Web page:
• Also, women's clothing of the 31st century appears mainly to have become a bit more Stripperiffic than the 21st century (which is already more stripperific than the early 20th and early 19th centuries). The authors may be demonstrating a "Law of Fashion": that as history drags onward, the only constant is women showing more cleavage.
    • Futurama in general averts this, save for the episode Teenage Mutant Leela's Hurdles. The normally over-one hundred Professor Farnsworth is at first simply 50-something with no particular fashion change, but after a Phlebotinum Breakdown that causes the cast to de-age even more, he rapidly goes through stages of fashion and speech that correspond with the 70s, the 60s, the 50s etc. Works okay.
  • Averted by the early-90s mecha series Exo Squad. Practically all humans of the late 21st century, men and women alike, have at least part of the sides of their head shaved, and often in a manner far-removed from any current-day style.
    • This was probably to partly express the fact that most human characters were military or partisan to begin with. In many cases, they wouldn't have been too out of place on a US military installation back in the 90s. For the civilians, an easy explanation as well...parasite control. It was done somewhat, to show just how much a Crapsack World it was there.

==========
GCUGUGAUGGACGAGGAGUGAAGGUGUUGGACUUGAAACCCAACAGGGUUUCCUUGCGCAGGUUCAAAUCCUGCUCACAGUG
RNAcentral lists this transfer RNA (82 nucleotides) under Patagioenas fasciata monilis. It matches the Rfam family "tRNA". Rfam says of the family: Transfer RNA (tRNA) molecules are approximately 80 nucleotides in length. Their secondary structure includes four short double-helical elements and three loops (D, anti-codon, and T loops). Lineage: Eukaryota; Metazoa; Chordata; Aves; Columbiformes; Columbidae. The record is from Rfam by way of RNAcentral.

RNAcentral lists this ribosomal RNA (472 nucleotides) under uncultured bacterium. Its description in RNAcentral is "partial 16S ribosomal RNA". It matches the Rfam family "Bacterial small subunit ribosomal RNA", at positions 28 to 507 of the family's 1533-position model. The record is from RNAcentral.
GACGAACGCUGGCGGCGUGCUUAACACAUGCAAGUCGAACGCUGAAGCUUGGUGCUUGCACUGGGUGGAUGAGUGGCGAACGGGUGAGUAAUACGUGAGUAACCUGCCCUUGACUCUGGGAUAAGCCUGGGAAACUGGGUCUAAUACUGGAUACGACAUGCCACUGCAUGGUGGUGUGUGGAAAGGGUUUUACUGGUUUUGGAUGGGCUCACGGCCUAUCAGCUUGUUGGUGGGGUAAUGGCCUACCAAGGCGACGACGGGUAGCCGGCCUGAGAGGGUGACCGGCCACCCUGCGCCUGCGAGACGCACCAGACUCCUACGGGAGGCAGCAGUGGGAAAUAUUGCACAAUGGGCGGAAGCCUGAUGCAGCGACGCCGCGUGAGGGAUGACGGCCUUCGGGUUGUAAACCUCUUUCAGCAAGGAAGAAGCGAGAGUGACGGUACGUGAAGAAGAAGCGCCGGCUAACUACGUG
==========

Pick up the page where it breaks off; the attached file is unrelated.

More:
• Half-averted in Batman Beyond. Most fashions seen aren't too varied from what we see now - for instance, Nelson Nash still sports a classic high school letterman's jacket - but as can be seen in this screenshot, there's been at least a slight shift. Commonplace colors are different, like brighter blues and oranges for everyday working citizens. And then there's the subtle-but-big change, which is that almost all men's suits are streamlined to the point of having no extraneous parts or flaps. Bruce Timm himself lampshades this in one of the DVD special features, saying that their big fashion statement of the future was "a world without lapels".
    • The one notable exception to the lapel rule, in fact, is Terry McGinnis, whose regular brown jacket sports a little lapel/collar on it.
  • Subverted in the episodes of The Simpsons that take place in the future. Most of the older versions of characters wear clothes similar to their normal outfits, but with subtle changes for some i.e. upturned collar, rings on the shoulders, Homer's shirt looks like George Jetsons, etc.
  1. They were even made with the same kind of $200/yard Teflon-coated fabric that real space suits use
  2. Although not necessarily the four-in-hand knot